Kevin Foster appeared on Good Morning Britain following the migrant deaths in the Channel and was grilled over the UK Government’s handling of the crossings. Mr Foster explained the UK was helping asylum seekers and refugees in the areas they come from and pointed out many of those crossing the Channel had already passed through European countries, like France, which they could be resettled in. But host Susanna Reid pointed the finger towards the minister, attacking him for being incompassionate towards the plight of migrants, and said the UK needed to ramp up safe routes in the country for those in need or more deaths could happen.
Speaking on Good Morning Britain, Mr Foster was grilled by Ms Reid over whose responsibility it was to protect the lives of migrants crossing the Channel.
Mr Foster explained he was upset to hear the news of the deaths and urged France and the UK to work together and “break the cycle of criminality” which allows traffickers to exploit asylum seekers.
Ms Reid then grilled Mr Foster over his compassion and wanted to know why the Government does not help those crossing the Channel by allowing them safe passage to process their applications in UK territory.
Mr Foster said: “Well first, that misses the fact that many people would have already made a dangerous journey across the Mediterranean and we want to focus on our safe and legal routes that target the regions directly concerned.”
But Ms Reid was not happy with the answer given by Mr Foster and replied: “The best solution is not to look after them in a compassionate way?
“What you’re saying we’ve got 27 People who’ve died and we’re getting the message again, well they should have just stayed in France.
“That’s effectively what people are going to hear this morning.”
Mr Foster bit back and said: “Susanna, I don’t think the safe and compassionate message is to say that to ignore the fact that thousands have died in the Mediterranean making the journey over there.
“Actually the genuinely safe and compassionate response is to look at providing support and resettlement from the regions themselves.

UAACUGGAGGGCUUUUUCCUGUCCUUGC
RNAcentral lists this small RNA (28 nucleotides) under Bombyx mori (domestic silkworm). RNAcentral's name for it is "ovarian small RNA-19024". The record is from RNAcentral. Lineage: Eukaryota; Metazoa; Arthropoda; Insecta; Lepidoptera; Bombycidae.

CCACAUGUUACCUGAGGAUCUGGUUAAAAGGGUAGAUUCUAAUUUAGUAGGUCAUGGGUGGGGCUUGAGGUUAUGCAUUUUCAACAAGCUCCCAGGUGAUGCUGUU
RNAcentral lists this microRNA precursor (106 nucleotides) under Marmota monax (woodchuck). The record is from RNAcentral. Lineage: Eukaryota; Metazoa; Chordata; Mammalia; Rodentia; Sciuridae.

“We have routes available to do that, we’ve been working to see how some of our economic migration routes could be used to provide people opportunities for refugee camps.
“And remember, if you get a visa to the UK from though via our safe and legal route, you can literally fly here on a plane.”
At least 27 migrants died in the Channel after their boat capsized while making the journey to the UK.
French and UK leaders have pointed the finger at each other over the deaths with French Interior Minister Gerald Darmanin putting the blame on the UK and saying the Government could do more to help France.
Prime Minister Boris Johnson held an emergency Cobra meeting following the news and revealed he and President Emmanuel Macron are in discussions to crack down on people traffickers who are helping people across the water.
Figures show 886 people reached the UK by crossing the Channel last Saturday which brings the year’s running total to around 25,600 confirmed crossings.
The total number of crossings in 2020 was 8,417, according to Home Office figures.
Before the tragedy this week, it was believed at least 10 people died while making the crossing as more journeys are made despite the cold weather.
A Home Office spokesperson added: “The British public have had enough of seeing people die in the Channel while ruthless criminal gangs profit from their misery and our new plan for immigration will fix the broken system which encourages migrants to make this lethal journey.”
Mr Macron said he did not want to see the Channel become a “cemetery”.
Published at Thu, 25 Nov 2021 08:01:00 +0000